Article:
The Philadelphia Inquirer from Philadelphia, Pennsylvania on November 2, 1947 · Page 33
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The Philadelphia Inquirer from Philadelphia, Pennsylvania · Page 33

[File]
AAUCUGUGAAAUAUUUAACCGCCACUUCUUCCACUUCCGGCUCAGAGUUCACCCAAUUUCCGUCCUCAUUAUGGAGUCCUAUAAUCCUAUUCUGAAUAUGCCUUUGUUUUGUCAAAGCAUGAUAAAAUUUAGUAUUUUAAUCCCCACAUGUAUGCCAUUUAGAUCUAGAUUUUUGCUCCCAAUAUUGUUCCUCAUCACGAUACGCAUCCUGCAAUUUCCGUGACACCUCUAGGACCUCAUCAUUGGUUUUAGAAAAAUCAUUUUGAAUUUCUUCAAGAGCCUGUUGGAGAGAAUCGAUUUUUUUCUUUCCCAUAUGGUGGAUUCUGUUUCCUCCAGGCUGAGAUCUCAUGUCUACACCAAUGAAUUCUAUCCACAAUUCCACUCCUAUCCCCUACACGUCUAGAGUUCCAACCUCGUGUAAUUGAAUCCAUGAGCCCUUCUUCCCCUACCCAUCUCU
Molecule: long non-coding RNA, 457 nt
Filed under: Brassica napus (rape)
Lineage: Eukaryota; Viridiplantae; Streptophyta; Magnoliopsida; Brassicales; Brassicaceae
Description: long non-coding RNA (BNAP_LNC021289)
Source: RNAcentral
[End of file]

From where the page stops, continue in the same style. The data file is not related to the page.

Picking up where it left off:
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College FOOTBALL FHIl.Antl.rHI IMSTRICT rt Waahinftaa M. A. 2 Prlnretan froali B r,luka T IT T. M. C. Jarrre iaku Hepalita 39 Orrael n Aae lA 2A ttllaneaa I SO a A caalaaaaaa A M. IA iniele A reaa 2A . Princeton 7 Peaa J. V 7 Prlrin J. V. A r f T S I'ralnaa A ftwartkaaare 1 IHralnaan 7 Mullam t allele J. V. 7 . Ceerte A. A knkm 25 Harerlera 15 STATE Aleaea.hnrff 24 Kutrlnwn tvkMll r I Baltiaaere t'.J.f. Unaware 2 F. A M. rwfi 2 Wealmlnlater f .ell rafcar f 7 Raranell .r f My 29 Mlaaerr K-rk lwAiaaa T. 3 Clarlan l.afarette 14 ............. Ajraraae Laax-ala I'. A ....... Haawatnn Int. Uk Harea 59 Mllanre MwIrM 3.1 Edlnbor O MlMfMU 2 Mahiewaert 21 . . .... Lrhuh 14 ItaOanal farm J. C. 31... C.C.N.T. Jmh A a riehea 27 Balnbrldi- Prea A e. 4& f nlr.t. A Pruarcsa Aim 7 hee.i -j Male A Batter ISO a 19 taraell 150 Oi Krr'. 4.1 MbruM ; a. a ! eaenabar a. 13 Miller. aille O ; lpkkRU 7 Hartwlrk It j Taarl 2a Allegheny A W. 4 J 21 Carnrrle re.B 13 ! 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II Haward Payne 9 r!ardtn-anmaate 33 Howetea I'. 7 Uniiua 14 ....... nam Hoin(oa 2 Mr M array 21 ....... Aaatia oil a In a Taa Terh 7 fceo Aafrlo J C . 31 John Tarlrton Tlllalua 25 Jarrta ( oil 12 et Teiaa A 23 Flaj.laft T. IITHI1 AOITIIFRN t.AMtS Albaao A. . t.rorila N. C A Aarorw M T A Ilea 19 . . 4..aiarklta 19 krlkaat C oakaaaa 5 Caanttkerl 12 C area - New aaaa 1 2 4 ai ha 7 a'k-lir I 22 Ceaaeaary 2A lark I 1 4 !. I kim 29 frake J 13 I altera K r t T 34 I M IT liiraaal 21 Florida 34 Florida 4 A 14 Ftortda Mtoil 35 4-oorfia tefc 7 f.aillord 27 J oaailh 13 lilt 10 1 uialoo O . . . . Knoaallle 9 . . . Fmory A Henry A Morrlatown A oalhrro C hrlxlan 1. a Mllllraa . . Preabyterian 9 Nfaaarl Aprrrntlra 7 Laalalana ( ollrie 9 vlorrhouo a Shrpherd a . Vtrclnla Te h J V. ... . Morrhead T ...... Fraklna ...... C enrd ?. 7 7 7 12 . . . . Farman 7 ...... Arnlarkr A 12 . Paine O llMke .... Htahaotnt 7 i tA tat.n ' aleoa a i Loolaallle Manlriaal 13 Atlantle C hrtatlaa a V Loulalnana Int a . V irtlnla a hewanee 9 . Peaaarala N 4TB A 1-noor Bkrne 2 taaloaai Poly 9 9. ktarnatid 27 olaryville C ollere 34 Meaaahia t 54 North Carolina Male 21 North C arolina 2a N Carolina V AT 12 Petemar tate 7 . . Randolph Maroa 2 . Chattanoosa 9 Teaneaaee A . Mntlia Male 12 (lenallle 7 . Waihlatlna t A teton A . . . , Llvlnialon A . . . l.oalaville 7 Howard It . . . Traaa C ollere 7 Hcnirla 9 N ( a roll n a ( . A Xaxirr I . I La I 7 Xarier 7 Rlrhmond a . . Vlrrinla I'nlon 2 Vt ayneaburs 7 Hampton H.dney a Blur field 0 itta at acatlne At Ml la 7 Ahao 22 Aathrro I l l a V 33 A m Mrmahla 19 Traaeaaee alate 21 Taaketee 2 4 Tor,e 24 trrinia 3 4 ... Airrinta Mate 9 . . . . Weat l.therlr 19 . . . Marrtand 2S 9 tftiai. A. 9 MinwrT ! ATI! CONIIRINCF Indiana 7 Onto Mate a : Mirhitao 14 Illlaola 7 Fardaa 21 looa a j w tarwwaia 29 Northoeaterw 9' T 4NDINOA , I. T P W 1. T P C ( 4k; lit 3 a a l ob 2 9i rj 3 19 ,7.a 2 9 , l Mlnneaitta Indiana Northw'a Ohio At. i 2 s .331 j a 3 i ,:iu Pvrdoe lUtnota low. ,25 .167 l l l :n:i BIO M UlMIKtM Banaoa 3 Kaaaaa Alale 9 Mtaaoort 47 Nebraska A Cihlahoaaa ?7 Iowa htate 9 T4NilN; it ri w i. T p r tiMuaart 3 a 9 1 ana Nrbia.ka i I a l.t.7 Aaoaoa 2 a 1 nil Nana M 8 1 8 IHHI Ok la a 19 1 7l l.a at 8 4 9 IMMI AH. MIIV IllMimvil taeoaer ? Brtiham f oani A : I lit 13 I alsrada 7 : STNIIN"i T 1. T P v. 1..T. P C. . Ftah 4 a a 1 ana I tak Ht. a .i n ; a as: Km taj. I 4 a 2'i : w,aaamt 2 1a Aft 7 !. at a 2 1 .19 7 taraaer I I 1 OTlifR MIIIHIItmi (,MM Adri.a 24 Alhloa ; Aacaateaa (111 ) A Maamuath a ! Aarora 7 Ball Mate 1 9 Belant 2 1 Bewiioe f.reen 29 Batter 3a 4 ape Ctrardeaa 9 arret! 12 anhate 7 4 enaral 2k eotral Vllrk r 4 larlaaili 34 4 ouarada oil 19 4 atefi. Mtoea J faararaii I a lie .too life farhao.-e 28 lark .11 IM.Tuia 28 . . . faetro.t 1 ... liit haa T. 7 . Iirakr 9 a,,, Mealea IS tertaaaa 21 9 lakanl 13 tmpoete 33 Mlaal .... Miarhril.r 8 i . . . . arletno A Flndlar i . Iepaaw 8 . . . Mar.rille a ; Lake Fnreat 7 Ualnrf A larkla a M.chitan , llhla I. Ft Hm 7 . . Weal-ra -lute I ' , . . 4af abort 7 tllltl o a ilmlitstAQ 8 Maromh T. a : Maahintam I Mar. a 1 1 altf A Itakota Mlnra 7 Iowa Tearhera A : N Meatra !. T. 7 ( anterharr as lllinnla C allele S Hathhur.l C ontinurd on Pate 6. Column Z ( Unbeaten Penn State Routs Colgate, 46-0, for Sixth STATE COLLEGE, Pa.. Nov. 1 (AP). A seemingly endless stream of Penn State College backs ran over and around Colgate University today as the unbeaten Lions routed the New Yorkers, 46-0, for their sixth' successive victory and their 300th triumph in 61 years of football. Colgate threw up a stubborn defense at the outset and yielded only one touchdown in each of the first two periods, but thereafter , it was no contest as Penn State's Kelly Wins Easily In New Haven Race NEW HAVEN Conn. Nov. 1. -Jo'm B Kelly, Jr.. Diamond Seu!l cr n-.pksn from Philadelphia, scored ii fi. tangle sculls victory oyer a three-quarter-mile co rse today Kelly. University of Pfnnsvl 'ania ' lomore. won by three lengths over Harry Whitney and Bob Perew In it tf laeoon beside the Yale Bowl. Perew trailed Whitney by two lengths. Kelly led all the way and after the Hrt Quarter mile wu never pre&sed. P e enn Sports Racing 12,000 See Jim Spa vita I Tally Twice Aldridge, Roof so Score as Owls Lose 3d By STAN BUMGARTXER A surprisingly strong Oklahoma A. and M. football team, which was on the rebound after four successive defeats, ran and passed its way to a convincing 26-0 triumph over favored Temple University at the Owls' Stadium yesterday before 12.000. Slow in reaching their full power, the ARgies led by 6-0 at the end of the first half, but gathered strength to roll on through the final 30 minutes for three more six-pointers, and turned an expected close battle into a rout. SCORING FLAY RECALLED Temple made only one bid for a victory. They scored a touchdown midway through the first quarter when Phil Slosburg hurled a pretty 12-yard pass to Joe Lee over the Cowpokes' goal to climax a 37-yard advance. But the play was recalled and the Owls penalized 15 yards lor holding. This was the last time that the Cherry and White threatened the visitors goal. It was the first meeting between the two schools in football, although they have faced each other on the basketball court for the past 10 years. It was the visitors' third victory. Temple's third defeat against three triumphs. OWLS OUTGAMEI) The Aggies dominated in first downs, 16 to 11; yards gained rushing, 284 to 184; total net yards, 447 to 229. and displayed hard and more fundamental football. The Owls played their jmorest game this season. They blocked and tackled as if personal contact was a foul Only Phil Slosburg maintained his high average. The standard-bearer of the Owls ran for 93 yards, passed for 58 and returned kicks for 57 more for a total of 208 offensive yards, raising his total for the season to 915. The Oklahomans. however, matched Slosburg with three gilt-edged runners of their own, Jim Spavital, Ben Aldridge and Ken Roof and an ace place-kicker as forward-passer in Jack Hartman. CLIMAXES 77-VI. MARCH Spavital scored the first two Aggies' touchdowns; the first on a one-foot run around right end after 13 minutes of the second quarter to climax a 77-yard march, and the second midway in the third period on a 17-yard dash around the same right end after big tackle Joe Spencer, of the Aggies, had recovered a fumble by Gene Zawolski at that spot. Ben Aldridge tallied the third Oklahoma six-pointer after 13 min- utes of the third period when he whizzed through center for 15 yards to round out a 57-yard drive. Roof made the final touchdown after three minutes of the fourth qunrter with a stirring 57-yard dash through the entire Temple team. Hartman. who tossed aerials In bewildering fashion all day. place-kicked two of his four tries for the Continued an Pace 2. Column 4 Hillh to PI ouse ay In Guokas Game Art Hlllhousr. six-foot-seven center who helped the Philadelphia Warriors win the Basketball Asso ciation of America championship I li?t year, will rejoin his old mates Tuesday against the New York Knickerbockers possibly for good in the Matt Guokas benefit game at the Arena. Hillhouse retired from basketball to enter the importing business, but Warrior manager Eddie Gottlieb has urged hlni to reconsider. Hlllhouse said he would make a definite decision this week. vaunted power ran wild. The ! victors rolled 412 yards on the (ground and 103 yards in the air. while restricting Colgate to a minus 15 yards on the ground and a net gnin of only 62 yards by ground and air. Penn St al e meets Temple University next Saturday at Temple Stadium. IU KKOTA, tor;i:L scorp Two reserve barks. JetT Durkota. , Colver. Pa., and Francis Ro?el, North Braddock. Pa., went 21 and 13 1 yards, respectively, for the first-half 'scores. The second half was hardly tinder way before Penn State's re- i Continued on Pace 2, Column 3 7 7 ir,i.L p eote PHILADELPHIA. Aggies T a Y -f - y -' 4 y ' t ' ' i ? f ft W w GXP 'f'i v fvv4 Jtwi HC X C5-t 5 M'r--V..'.; ta -aH tarn lamaai laaJif "ifla i aiiiaiawfj HAir in I r mini amaan n naomaaaii m oa animowiiaawa l. lafTaaa) W'laii'liaaaa if KaaS nroT.t-i.; SKIPPY MINISI STARTS OFF-TACKLE t Fullback Hill Luongo runs interference for Minisi (see arrow) as Tackle George Savitsky (5) and Guard Michigan Indiana, By Associated Press University of Michigan's fiery blend of passing and running cut through the University of Illinois, 14-7, yesterday as the undefeated Wolverines gained their sixth straight triumph in their drive to the l!ig Nine championship and the accompanying Kose Howl trip. A sellout Homecoming Day crowd of 71,119 at Champaign. 111., saw the defending champion Illini, balked by Michigan's powerful line in a last-period scoring threat, suffer their SMU Beats Texas, 14-1 3; Texas Aggies, TCU Win By United Press Southern Methodist, taking the upper hand on the opening KicKoii, KnocKea icxas out, oi me unoeaicn ranks ana preserved its own perfect record in a 14-13 Southwest Conference battle be-lore 45,500 at Dallas. Doak Walker kicked both extra points and bested Bobby Layne, his high school co-star and pal. in the heralded individual contest. In other Conference games Texas Christian triumphed over Lions Trounced By Rockets, 7-0 . lly STAN BAlF.MCiAKTNKK Inspired by the brilliant shooting of young Steve Wochy and the veteran Phil Hergesheimer. the Philadelphia Rockets showed a complete reversal of form and swamped the Washington Lions, 7-0. in an American League ice hockey game at the Arena last night. Wochy, flashy little wingman from Fort William. Ontario, turned the "hat trick" by scoring three goals. Hergesheimer, playing with a mask t' protect his broken Jaw, tallied two goals. Eddie Bush, burly de-fenseman, and young Mike Nar-duzzl. accounted for the other two counters. SC'OKa AFTER 18 MIX'S. Uncertain of themselves at the start, the Rockets did not score until 18 minutes of the first period. Hergesheimer then started the ball rolling with a pretty goal. Gaining confidence as the second period got under way, the Rockets tvrned the game into a rout. They counted three times in each of the second and third periods. It was Maurice Courteau's first shutout of the season, the Rockets' first victory at home and their sec- Continued on Page 4, Column 1 Detroit Beats St. Mary's, 19-6 DETROIT, Nov. 1 (AP). Collaring the Hawaiian ace Herman Wede-meyer in the clutches, Detroit staged t"r long touchdown marches and grabbed a third score on Wally Gru-ber's 40-yard breakaway sprint to whip St. Mary's. 19-6. today. However. Wedemeyer gained 77 yards on the ground and passed for 103 more, flt. MarY'M Poa Detroit 7 van I. r Hoiature iteaslrr I..T Vruiirr Snare L CI. R Oretner l.tihv . Solner K'lim.; n-ki R ri. Simmons , R V.Jnhii'iin RT Flnnin Pimoman R F Kelly Vercelea QB Malinow; tl Wedemeyer L HB Wrihi j VanHeoit R HB. Kurkoaskl Maxaarn FB Kavnaerlan si. Mary'a nod n Detroit 7 A n is IT. MARYS SCORINr. Touchdown Wrdemrver PFTKOIT 8CORINO Tourh-d'iiia M,tMmiaal timber l lor Wright I. Au-detie I lor Kelly Point alter touchdown O Leafy tplacemcnW. ri cucetoini ffoo PUBLIC LEDGER SUNDAY MORNING. NOVEMBER 2. 1947 riinni:Teinnip Beats Illinois, 14-7; Wisconsin Triumph Baylor, 14-7. uc Waco, and Texas A. & M. tied Arkansas, 21-21, at Fayetteville, Ark. SMU, winning its sixth straight and "halting Texas' streak at six this season, took over Conference leadership in the race for the Cotton Bowl. Paul Page, after romping 81 yards with a hand-off on the opening klekotT to the Texas 1. scored the firs t SMU touchdown from the three, six plays later. Walker's sensational leaping catch of Gil Johnson's 35-yard pass, which he took on the 20 and carried down to the one before being bumped out of bounds, set up SMU's second-period touchdown. Dick McKissack plowed over on the next play. Tom Landry had smashed over from the two for Texas earlier in the second quarter and Frank Guess had converted to tie the score. Texas surged down to the goal on a flurry of passes in the final period. Layne passing 15 yards to Byron Glllory for the touchdown, but this time Guess' try was wide. Lindy Berry passed for one TCU touchdown and galloped 35 yards for the other, blasting Baylor's title hopes and leaving TCU with a chance. His second-period sprint, after apparently being trapped for Continued on rase 3. Column 6 U. S. Aces Sweep British In First 4 Ryder Cup Tests PORTLAND, Ore., Nov. 1 (UP). America's Ryder Cup stars swept their first four matches with LI:? British today to take a commanding 4-0 lead in the seventh reno vol of the international golf series. Battling through rains that flooded the Portland Golf Club course, the Yankees were in command all the vay after winning the first two Scotch foursome matches by lop-sided scores. The British were slaughtered ini the first match whe'n Ed (Porky) Oliver teamed with National Open Champion Lew Worsham to thump Captain Henry Cotton and Arthur Lees of the British. 10 and 9. Sammy Snead and Lloyd Man-grum followed with a solid 6 and 5 victory over Fred Daly and Charley Ward. FIRST TIME IN SERIES It was the first time in the series that one team ever had swept the opening-day Scotch foursome matches. The U. S. needs only three victories in tomorrow's eight con- Continued on Pace 6, Column i SLICE FOR PENN'S FIRST TOUCHDOWN .John Schweder (behind Savitsky) pull out of line to hit Titter backers-up yesterday at Princeton. Penn won, 20-7. second straight setback. A sudden aerial stab in the first period pave Indiana a 7-0 victory over Ohio State before 75.882 at Columbus; frequent fumbles helped Wisconsin turn back Northwestern. 29-0. before 44,000 at Evanston, and Purdue, fresh from its triumph over Illinois, rolled past Iowa, 21-0 BUMP ELLIOTT STARS Michigan's victory was it.s third in Big Nine competition. The Wolverines remaining conference foes are Indiana, Wisconsin and Ohio State, all comparatively easy. Chalmers Bump Elliott was the driving force in Michigan's touchdowns. He opened the scoring by streaking 75 yards with Dwight Ed-dleman's punt in the first period and Dick Bricske converted. Illinois tied the score in the first 90 seconds of the second period. Fullback rtuss Steger broke away for 54 yards before Pete Elliott. Bump's brother, caught him on the 15. Perry Moss passed five yards to Art IJufelmcier and the Illinois then pushed to the one with the aid of an offside penalty. Steger bulled over for a score and Don Maechtle's placement made it 7-7. The winning touchdown covered 79 yards in six plays in the second period. The big maneuver came Continued on Page 3, Column 3 liitiiirc-r H.iiiqiie. At Wiii-w ick, Dec. . The fifth annual Philadelphia inquirer Gold Football Ita liquet wll be held Monday, Dec. 8, at the Warwick Hotel. Members of the Catholic League. Inleracademic League and Public Conference all-star trams will be curatA of The Inquirer and will receive cold footballs. Their parents and coaches will Also hr gurt of The Inquirer. British Athletes To Train on f-ish LONDON. Nov. 1 tCTPSi. Because the Food Ministry will not allow them extra meat rations. British athletes will train for the Olympic games here next year on a special fish diet. By arrangement with the British Olympic Association, the British Trawler C rs Federation has undertaken to supply free parcels of fresh fish weekly to all athletes selected for final training at the elimination trials early next year. 5th Financial Garden abcdeU S 4 Yale Defeats Dartmouth My I.OIt It LACK NEW HAVEN. Conn , Nov. 1 AP. Tallying all its points in the first three periods, Yale University stood off a closing Dartmouth College rally to defeat the Indians. 23-14, in an ivy League football battle today before a near capacity crowd of 63.-000. It was the 51st game m a series which began in 1884. The Elis took advantage of Dartmouth misplays and combined them with a brilliant running and passing attack. Ferd (the Bull) Nadherny tallied twice and Bill Bone converted twice and kicked a field goal from a difficult angle while standing on the 25-yard line to give Yale a 17-point advantage at the intermission. In the third quarter, a Tex Furse to John Setcar pass climaxed a 70-yard drive and Booe's placement, appeared to apply the knockout blows to the Indians. But Dartmouth suddenly found itself and began to click. Ironically, a Yale fumble and a 160-pound nub. Ed Williams, sparked the Indians and provided some of the game's most exciting moments from then on in. VVllcomb Washburn fell on Jim Fuchs' muff on the Yale 26 and quickly advanced to the 10 as the final quarter opened. Within 90 seconds. Herb Carey creashed over from Continued on Page 2, Column 7 Bates Wins, 9-7; Safety Decides BRUNSWICK. Me.. Nov. 1 fAPt. Bates College today opened de-' fense of its Maine State Intercol-! leglate football championship with a 9-7 victory over Bowdoin College i before 4000. I A first-period safety with Bates' Bill Cunnane tackling Jim Pierce behind the goal on an attempt to run. was the margin. Ilalra - 2 " 7 O - 0 Boavrtoln O II 7 ( 7 BATFS KOORINO: Touchdown A Blanch-ard Polnl alter touchdown Thomaa placement) .Haletr - Pierre (lack led hv fiinnanel IIOWDOIN rlt-OKlNU: Tuurhdnw n McAvoy. Point alter touchdown Draper t placement ). Boston U. Defeats Fordham, 26-6 BOSTON. Nov. 1 .(AP Led by Halfback Bob Hatch, a revamped Boston University football team trounced a de-emphasized Fordham University team, 26-6, today before 2703 at Fenway Park. Boston University, in getting back to the victory column at the expense of the Rams after absorbing successive drubbings from Purdue University and William and Mary College, gave their supporters very little to cheer except for a pair of lengthy runs by Hatch and reserve back Charles Brickley. Catawba Scores in 73d Straighr Game for Mark SALISBURY. N. C. Nov. 1 (AP. The Catawba College Indians set a consecutive scoring record of 73 games tonight in whipping Presbyterian. 7-0. before a Homecoming Day crowd of 5000. The previous record u as set by Yale University between 1883 and 1689. 0 Straight, 49,000 See Minisi Tally 3 Touchdowns Luongo Gets 4th for Quaker Eleven; Tigers Score on 65-Yard Pass Play lly ART MORItOW Inquirer Sports Reporter PRINCETON, N. J.. Nov. 1. Three touchdowns by Sklppy Minisi and one by Bill Luonfio kept the University of Pennsylvania among the Nation's unbeaten powerhouses at Palmer Stadium today as 49,000. New Jersey's bigRest football gathering- in more than a decade, saw the mishty Quakers subject their conquerors of 1946. Princeton's lashing Tigers, to a 26-7 defeat. It was almost, but not quite, enough to prove that the 1945 game was an just a nuge mistake.. The PennsyJvanians outcained the Princetonlans on the ground, 227 yards to 51. and that the Tigers held a 163-83 edge In the air might stem from the fact that the Quakers attempted only six aerials in the entire second half. TIGERS ALWAYS DANGEROUS Yet the Tigers, fighting furiously through the media of shifting, looping defenses and varying single-wing offensive formations, showed how lightning might have struck a second time. The Quakers never could afford to relax without chancing the danger of an upset such as the 17-14 score by which they were beaten last year. Penn led from the start, and stayed in front by virtue of two scor-i ing drives of 47 yards and one of 91, j but only a little more than two min- utes after Minisi 's second touchdown l the result of a six yard sprint ! around end had increased their (deficit to 0-13, the Tigers lashed back. , Dick West threw a 20-yard pass ! to Halfback George Sella, and the 1 latter, squirming away from two Perm tacklers. hotfooted 45 more yards for a touchdown. Ken Keuf-fel. whose 20-yard field goal provided Princeton with its winning margin at Franklin Field last year, added the extra oint via place-! ment. and the Pcnnsylvanians were 'only six points ahead. TWO LATE SCORES But the Quakers, rolling to their j fifth triumph of the fall, were masters of the situation. Transla-ting the sparring. Jabbing and feint ing into football terms, tney were like the old time boxing stylists-Tommy Loughran. for Instance in gauging their time and making every round end In the proper corner. Minisi went over on a four-yard slash after 8 minutes, 51 seconds of the first quarter on the seventh play of the 47-yard drive, and only 2:15 of the second period had elapsed when he strode a yard for his second six-pointer. But both other Penn touchdowns came so late In their respective cantos that Princeton had no time to retaliate. Thus, only 16 seconds remained in the first half when Luongo bulled a yard on the ninth play of the 91-yard advance, and just 19 seconds when Minisi swept five yards around Princeton's right end Just after Chuck Bednarlk had intercepted a pass. GRAHAM llt'RT Eddie Lawless, who had made good all seven of his previous placement trts. batted only .500 on the extra points. John Eastham, the Tigers' second string quarterback who ran the ball into poRMn for Kcuffer. field goal last year, deflected one -of Lawless' efforts, and the Penn block- l ing back booted wide on another. I Minisi. who made 74 yards in 18 I carries; Snakey Graham, who was ! carried off the field in the third period with torn ligaments and a i recurrent cracked cartllege in the light knee after picking up 66 yards in five rushes; Bob Dcuber, who sparked the second touchdown march and earned 55 yards in 12 tries, and Bob Evans, who passed In Continued on Pace 5. Column 3 Virginia Routs Richmond, 34-0 Ity FRANK O'GAKA Inquirer Sports Reporter CHARLOTTESVILLE. Va.. Nov. 1. The University of Virginia lowered its sights long enough from the elevation into the future toward the University of Pennsylvania to hand the University of Richmond a 34-0 thumping today and qualify for its "Battle of the Unbeaten" with the Quakers on Philadelphia's Franklin Field next Saturday. The clever Cavaliers, exploit ing the miscues of the visitors with a slick series of play, ramped over the sod of sunken Scott Stadium and passed through the cool, cloudy air u touchdowns in every period as a sub par crowd of 12.000 looked on. Easily as the season's sixth success accrued on the scoreboard, it came harder in the rugged physical give and take of a game overloaded with fumbles and penalties. The contact Continued on Pae 5, Column 2 Columbia Wallops Cornell; End Banished for Slugging By JACK IIANO ITHACA. N. Y., Nov. 1 (AP). The ballyhoocd pitching duel between Columbia University's Gene Rossides and Cornell University's Lynn (Pete) Dorset proved a dud today aj, the Lions crushed the Big Red, 22-0. Proving to 25.000 that their upset of U. S. Military Academy last week was no fluke. Coach Lou Little's Lions rock?d the Cornell linemen in a display or power. Action was so rugged that Adam Rakowskl. reserve end for Columbia, was banished from the game in the last quarter for swinging a left hook at Bill Kostrs. Cornell halfback. It was Rossides who started things fo- the Lions, climaxing a 59-yard I drive with a 12-yard dash around j his own right end. The Lions received the opening kickoft and marched right through the Big Red although Coach Ia?fty James started two centers to add more strength to his defense. Henry Briggs' recovery of Dorset's Continued on fac 5, Column 7 7 Notre Dame Beats Navy Unbeaten Irish Take Fifth in Row, 27-0, As 84,070 Watch By FRITZ HOWELL CLEVELAND. Nov. 1 AP). University of Notre Dame alert and magnificently equipped team turned three U. S. Naval Academy fumblea and an intercepted pass Into touch downs today to win. 27-0. before 84.- 070 fans and rolled on toward th national championship with its fifth straight conquest. The Irish stored in each of th first three periods, and only a fumble on the goal line stopped them in the final stanza with a lineup of third- and fourth-stringers. With Quarterbacks Johnny Lu-Jack and Frank Tripucka doing tht tossing. Notre Dame hit the alrlau t for 263 yards, completing 18 of 27 attempts, two for touchdowns. FUMBLE SETS STAGE Navy's oft-beaten team also ai forced to the skies, as its ground game was held to 112 yards, and th Middies bit oft 139 yards overhead although connecting on only nine of 28 attempt. The Irish had 17-10 edge In first downs, getting 11 through the air to four for Navy. The payofl came early vhen Leun Hart, Turtle Creek Pa.) Notr Dame end. picked up Halfback Bob SchwoefTerman'a fumble on th Navy 47. Two play later Lu ack tossed 29 yards to Halfback Terry Brennan In the end zone, and Notr Dame was out front. LITJACK RACES 67 In the second period, burked up against his own goal line by Dit k Scott's 55-ynrd punt to five. Lujack faked a pass and Aklrted end for 67 yards, only to fumble when hit. Navy went for a first down and then Fullback Bill Hawkins fumbled. Guard John F Tampion recovering. Two plays later Tripucka passed 31 yards to Hart for the second score. The Irish were threatening as th second sesf-ton closed, but Navy Quarterback Bob Home halted th drive by intercepting Lujack's to.M on the three. BREAKS PAY OFF Two more breaks in the third period paid off. however. Hart again grabbing a fumble by Home on fh Irish 46 to set up the first .core of the stanza. Lujack. firing like a machine gun. hit Brennan once and End Jimmy Martin three times for a total of 37 yards in four straight plays, and then the Irish punched up to the one. from where Brennan crashed over. Late in the third period Guard Bill Fischer, of Notre Dame, recovered Bill Earle's fumble on the Navy 37, and the Irish, aided by a clipping penalty, moved tight up to th one-yard line, where the Middies took over. FUMBLES NTMEKOt'S The respite was short-lived, however, for a couple of plays later Bob Livingstone, of Notre Dame, Intercepted one of Home's passes on th Continued on PAje 3, Column 2 Miami (O.) Wins, 32-27; Scores in Last 25 Sees. PEORIA. 111.. Nov. 1 AP). Miami University 0 ), undefeated but once tied thU season, scored a touchdown with 25 seconds left to play tonight to defeat Bradley University, 32-27. In its winning march. Miami advanced 85 yards in the last minut and 45 seconds of the game. A pass from Mel Ollx to Bill Stoner netted 69 yards for the longest gain of the advance. Another pa, with the same men involved, was good for 14 and placed the ball on Bradley two. Ollx then carried on three quarterback sneaks and ment over. . Notre Dame-Navy Draws Top Crowd NEW YORK, Nov. 1 r AP) .-Here's how the fans turned out today for some of the Nation's top college foot- j ball games. ! A'atre llame-aiaey ; alllnrnla-l I A , ladlana-Ohla Ulale j Mlrhlan-llllala llertmeath Yale ' riltaaarik-Mlnneaala K4.IIT A.2AA IS ant 71.11 liaan SalJa A pia a . 1 r.a.-rrlarel.B Vaiereaala-Nefibateetara